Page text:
The pathogenesis surrounding vertebral discitis and vertebral osteomyelitis usually involves the hematogenous spread of the bacterium from a distant site to the new infection site, direct inoculation from trauma, or contiguous spread from adjacent soft tissue infection [3]. In this case, it is difficult to pinpoint the exact mechanism that led to the infection in the vertebral column since the common methods of pathogenesis seem unlikely in this case. Looking back at the history of illness from this patient in the outpatient setting, no trauma or contiguous spread from a soft skin lesion was present, leaving the hematogenous spread of bacterium as a source of infection as the main plausible causation. Similarly, the patient’s back pain began before his urinary symptoms, and the urine cultures during his hospital stay were negative, making genitourinary spread unlikely in this case.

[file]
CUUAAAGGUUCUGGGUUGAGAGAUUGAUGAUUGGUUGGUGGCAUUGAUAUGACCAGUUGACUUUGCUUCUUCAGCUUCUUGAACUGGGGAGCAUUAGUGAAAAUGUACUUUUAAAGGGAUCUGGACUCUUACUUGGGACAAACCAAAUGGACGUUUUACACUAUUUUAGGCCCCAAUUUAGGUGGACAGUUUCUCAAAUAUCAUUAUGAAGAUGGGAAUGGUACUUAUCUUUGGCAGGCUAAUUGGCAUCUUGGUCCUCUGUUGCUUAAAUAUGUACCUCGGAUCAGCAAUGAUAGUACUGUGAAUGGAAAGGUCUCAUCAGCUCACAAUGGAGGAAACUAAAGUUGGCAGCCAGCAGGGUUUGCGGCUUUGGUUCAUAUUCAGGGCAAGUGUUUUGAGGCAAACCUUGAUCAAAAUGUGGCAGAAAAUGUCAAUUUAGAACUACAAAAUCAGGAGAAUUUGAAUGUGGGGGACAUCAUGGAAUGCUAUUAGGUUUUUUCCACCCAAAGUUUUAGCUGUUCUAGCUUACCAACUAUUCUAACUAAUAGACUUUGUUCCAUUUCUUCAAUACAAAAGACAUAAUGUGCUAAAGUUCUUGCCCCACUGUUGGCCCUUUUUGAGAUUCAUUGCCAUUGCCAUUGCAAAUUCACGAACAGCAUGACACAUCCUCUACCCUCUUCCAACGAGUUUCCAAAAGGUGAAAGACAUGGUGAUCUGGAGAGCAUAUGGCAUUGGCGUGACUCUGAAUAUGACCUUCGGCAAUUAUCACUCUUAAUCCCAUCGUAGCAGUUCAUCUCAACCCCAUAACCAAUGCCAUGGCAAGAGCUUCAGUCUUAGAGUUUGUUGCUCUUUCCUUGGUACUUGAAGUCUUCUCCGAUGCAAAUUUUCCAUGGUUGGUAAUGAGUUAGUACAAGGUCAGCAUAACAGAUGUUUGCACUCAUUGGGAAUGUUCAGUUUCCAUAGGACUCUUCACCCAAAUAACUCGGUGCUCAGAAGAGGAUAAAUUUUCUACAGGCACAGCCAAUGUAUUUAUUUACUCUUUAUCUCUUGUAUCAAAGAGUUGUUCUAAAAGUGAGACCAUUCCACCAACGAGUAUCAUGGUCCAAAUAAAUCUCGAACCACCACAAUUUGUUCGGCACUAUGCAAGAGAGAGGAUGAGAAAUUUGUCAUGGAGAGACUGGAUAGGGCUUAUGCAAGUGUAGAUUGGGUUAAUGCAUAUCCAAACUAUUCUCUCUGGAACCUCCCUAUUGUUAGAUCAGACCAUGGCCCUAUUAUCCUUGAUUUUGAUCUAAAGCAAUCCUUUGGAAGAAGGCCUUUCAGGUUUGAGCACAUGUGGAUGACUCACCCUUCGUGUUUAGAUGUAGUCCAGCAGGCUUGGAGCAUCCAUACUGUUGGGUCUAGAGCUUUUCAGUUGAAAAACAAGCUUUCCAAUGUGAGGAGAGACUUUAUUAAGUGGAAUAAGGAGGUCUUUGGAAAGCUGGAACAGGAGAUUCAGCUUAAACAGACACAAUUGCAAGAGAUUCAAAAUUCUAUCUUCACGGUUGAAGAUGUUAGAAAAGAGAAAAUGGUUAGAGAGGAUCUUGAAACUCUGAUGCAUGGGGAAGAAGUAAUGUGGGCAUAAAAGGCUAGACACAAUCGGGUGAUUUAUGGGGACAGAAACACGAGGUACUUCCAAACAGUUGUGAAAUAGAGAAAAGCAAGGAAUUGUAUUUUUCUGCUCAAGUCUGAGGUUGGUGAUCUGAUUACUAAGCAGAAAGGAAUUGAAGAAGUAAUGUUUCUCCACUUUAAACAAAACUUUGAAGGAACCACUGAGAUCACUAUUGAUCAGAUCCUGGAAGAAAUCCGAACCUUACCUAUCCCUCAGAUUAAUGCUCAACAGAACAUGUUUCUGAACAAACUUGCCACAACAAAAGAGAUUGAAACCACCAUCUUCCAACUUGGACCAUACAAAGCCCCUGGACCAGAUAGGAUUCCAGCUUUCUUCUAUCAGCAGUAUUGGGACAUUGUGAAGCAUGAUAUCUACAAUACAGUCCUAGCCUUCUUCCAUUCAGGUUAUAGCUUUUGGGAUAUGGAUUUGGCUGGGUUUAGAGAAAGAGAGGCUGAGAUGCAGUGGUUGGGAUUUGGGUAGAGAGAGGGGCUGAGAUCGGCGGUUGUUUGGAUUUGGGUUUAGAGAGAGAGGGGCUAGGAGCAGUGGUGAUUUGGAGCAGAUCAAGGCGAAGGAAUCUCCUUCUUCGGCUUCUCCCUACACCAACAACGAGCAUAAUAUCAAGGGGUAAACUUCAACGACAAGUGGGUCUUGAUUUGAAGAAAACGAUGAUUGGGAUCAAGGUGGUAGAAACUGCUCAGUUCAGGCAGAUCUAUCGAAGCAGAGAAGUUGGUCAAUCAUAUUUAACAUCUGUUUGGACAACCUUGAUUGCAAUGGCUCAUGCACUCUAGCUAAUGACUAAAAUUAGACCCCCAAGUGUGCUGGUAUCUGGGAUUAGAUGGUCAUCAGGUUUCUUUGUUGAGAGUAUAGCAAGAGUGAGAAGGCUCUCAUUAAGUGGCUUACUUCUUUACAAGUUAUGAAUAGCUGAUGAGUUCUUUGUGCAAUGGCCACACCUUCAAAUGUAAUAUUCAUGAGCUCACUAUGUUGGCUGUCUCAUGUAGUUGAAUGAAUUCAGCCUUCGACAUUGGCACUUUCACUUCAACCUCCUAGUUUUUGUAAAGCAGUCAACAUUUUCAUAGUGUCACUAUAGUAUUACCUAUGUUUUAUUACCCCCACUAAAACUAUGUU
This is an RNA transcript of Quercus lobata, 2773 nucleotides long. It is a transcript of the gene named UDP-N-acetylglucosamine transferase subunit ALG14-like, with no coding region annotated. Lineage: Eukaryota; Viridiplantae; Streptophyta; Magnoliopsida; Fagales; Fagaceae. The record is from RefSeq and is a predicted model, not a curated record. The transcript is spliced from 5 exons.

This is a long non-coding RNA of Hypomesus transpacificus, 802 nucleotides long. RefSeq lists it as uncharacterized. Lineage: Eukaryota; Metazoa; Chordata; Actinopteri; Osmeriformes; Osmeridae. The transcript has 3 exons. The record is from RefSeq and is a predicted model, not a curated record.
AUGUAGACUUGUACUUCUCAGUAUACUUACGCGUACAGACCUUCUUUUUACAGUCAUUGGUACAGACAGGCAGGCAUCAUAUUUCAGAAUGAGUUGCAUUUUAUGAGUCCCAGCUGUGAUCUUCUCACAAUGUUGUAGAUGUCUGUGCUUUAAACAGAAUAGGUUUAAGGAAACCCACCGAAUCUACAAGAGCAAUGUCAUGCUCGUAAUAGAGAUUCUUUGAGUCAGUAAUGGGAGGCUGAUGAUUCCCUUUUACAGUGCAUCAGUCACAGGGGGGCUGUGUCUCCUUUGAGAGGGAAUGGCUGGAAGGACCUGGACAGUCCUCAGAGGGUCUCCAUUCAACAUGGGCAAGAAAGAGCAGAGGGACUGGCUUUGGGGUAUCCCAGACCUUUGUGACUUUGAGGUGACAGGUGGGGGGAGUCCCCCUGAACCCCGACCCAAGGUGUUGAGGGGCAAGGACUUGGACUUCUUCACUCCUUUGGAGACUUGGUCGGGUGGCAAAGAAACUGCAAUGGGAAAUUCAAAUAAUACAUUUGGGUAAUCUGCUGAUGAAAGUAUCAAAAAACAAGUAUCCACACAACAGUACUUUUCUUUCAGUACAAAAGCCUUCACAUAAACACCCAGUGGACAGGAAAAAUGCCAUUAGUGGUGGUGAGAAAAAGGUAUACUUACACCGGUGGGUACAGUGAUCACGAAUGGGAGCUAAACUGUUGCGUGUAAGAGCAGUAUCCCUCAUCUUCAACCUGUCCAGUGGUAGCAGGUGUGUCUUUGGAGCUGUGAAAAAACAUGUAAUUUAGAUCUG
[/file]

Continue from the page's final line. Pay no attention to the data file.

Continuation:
During the hospital stay, it was discovered that the patient’s infection was caused by Salmonella. The Salmonella species are a rare cause of vertebral osteomyelitis, accounting for only 0.5% of all cases [4]. It is known that 54% of Salmonella osteomyelitis had predisposing conditions for infection, such as a medical history of sickle cell disease or long-standing diabetes mellitus, while the remaining 46% did not have any predisposition [11]. Our patient was not found to have any of the common risk factors for the development of Salmonella vertebral osteomyelitis, which include degenerative spinal disease, prior spinal surgery, and diabetes mellitus [11].

Conclusions